Defendants raised two objections to the R & R. ECF No. 21. Defendants first aver the Magistrate Judge erred in recommending a ruling on the statute of limitations is premature at this stage and requires discovery. Id. at 1. Defendants also contend the Magistrate Judge erred in recommending equitable tolling should apply to overcome Plaintiff's allegedly untimely filing of the Complaint. Id.

         As a general rule, “a defense based on the statute of limitations must be raised by the defendant through an affirmative defense, see Fed. R. Civ. P. 8(c), and the burden of establishing the affirmative defense rests on the defendant.” Goodman v. Praxair, Inc., 494 F.3d 458, 464 (4th Cir. 1999). A defendant's statute of limitations affirmative defense can be raised in a Rule 12(b)(6) motion to dismiss; however, it is seldom appropriate to do so. “A motion under Rule 12(b)(6) is intended to test the legal adequacy of the complaint, and not to address the merits of any affirmative defenses.”Richmond, Fredericksburg, & Potomac R.R. v. Forst, 4 F.3d 244, 250 (4th Cir. 1993) Accordingly, a statute of limitations defense must “clearly appear[] on the face of the complaint.” Id. In other words, the complaint must clearly “allege all facts necessary to the affirmative defense.” Goodman, 494 F.3d at 464. (internal citation omitted).

         Both of Defendants' objections are unpersuasive. Defendants' first objection asks this Court to convert their Rule 12(b)(6) motion to dismiss into a Rule 56 motion for summary judgment. Defendants ask this Court to consider three documents outside of the Complaint in order to prove Plaintiff's claim is barred by the applicable statute of limitations: (1) the declaration of Perdue Farms, Inc.'s Complex Human Resources Manager Jamie Manaia; (2) a South Carolina Department of Employment and Workforce decision submitted by Plaintiff; and (3) an email Plaintiff sent to Ms. Manaia. R & R at 3-4, Defendants' Objection at 3. Defendants contend that, with this additional information, “there is simply no possible dispute of material fact as to timeliness based on the materials in the record.” Defendants' Objection at 2.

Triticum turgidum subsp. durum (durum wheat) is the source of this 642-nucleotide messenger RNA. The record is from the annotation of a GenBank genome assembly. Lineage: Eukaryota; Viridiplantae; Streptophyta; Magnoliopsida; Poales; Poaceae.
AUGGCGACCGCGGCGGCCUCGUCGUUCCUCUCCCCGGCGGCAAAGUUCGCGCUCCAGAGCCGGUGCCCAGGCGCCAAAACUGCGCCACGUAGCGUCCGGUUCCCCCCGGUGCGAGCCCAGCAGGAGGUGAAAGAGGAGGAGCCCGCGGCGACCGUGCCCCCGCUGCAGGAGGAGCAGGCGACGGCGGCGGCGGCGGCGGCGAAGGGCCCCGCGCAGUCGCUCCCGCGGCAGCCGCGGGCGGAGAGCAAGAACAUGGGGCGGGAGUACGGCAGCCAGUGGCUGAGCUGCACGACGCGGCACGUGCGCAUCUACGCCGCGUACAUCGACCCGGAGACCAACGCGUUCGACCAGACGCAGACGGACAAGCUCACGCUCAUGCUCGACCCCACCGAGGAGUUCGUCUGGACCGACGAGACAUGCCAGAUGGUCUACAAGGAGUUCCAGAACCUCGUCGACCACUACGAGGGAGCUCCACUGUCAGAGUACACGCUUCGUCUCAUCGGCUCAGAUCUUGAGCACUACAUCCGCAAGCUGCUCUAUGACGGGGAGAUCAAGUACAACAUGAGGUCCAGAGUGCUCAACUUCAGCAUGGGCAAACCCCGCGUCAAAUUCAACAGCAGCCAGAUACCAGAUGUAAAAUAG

Defendants fail to direct the Court to any legal authority that would override the Fourth Circuit's clear direction in Goodman that requires the complaint to clearly allege “all facts necessary to the affirmative defense” in order for the Court to grant a Rule 12(b)(6) motion to dismiss based on the statute of limitations. Goodman, 494 F.3d at 464. (internal citations omitted). Because Plaintiff's complaint does not contain any of the relevant dates, including the date of Plaintiff's discharge from employment with Defendants, the Court will overrule Defendants' first objection and decline to treat their motion as one for summary judgment. The Court agrees with the Magistrate Judge that it is too early to rule on the statute of limitations at the Rule 12(b)(6) stage, particularly in light of the possibility of equitable tolling.

         Defendants second objection is that the Magistrate Judge erred in recommending equitable tolling could apply to overcome Plaintiff's allegedly untimely claim. The Magistrate Judge lists several facts Plaintiff set forth in his response to Defendants' motion to dismiss that could justify equitably tolling the statute of limitation. Defendants, in their objection, argue Plaintiff has not met the high standard for equitable tolling and therefore it should not apply. This factual dispute underscores the need for discovery to more fully develop the facts that may or may not give rise to equitable tolling. See Cruz v. Maypa, 773 F.3d 138, 145-46 (4th Cir. 2014) (reversing in part the district court's decision to grant the defendant's motion to dismiss because the plaintiff's claims were time-barred and concluding discovery was necessary for the district court to determine if any or all of plaintiff's claims were equitably tolled). The possibility that equitable tolling could apply to Plaintiff's claim is an additional reason why it is too early ...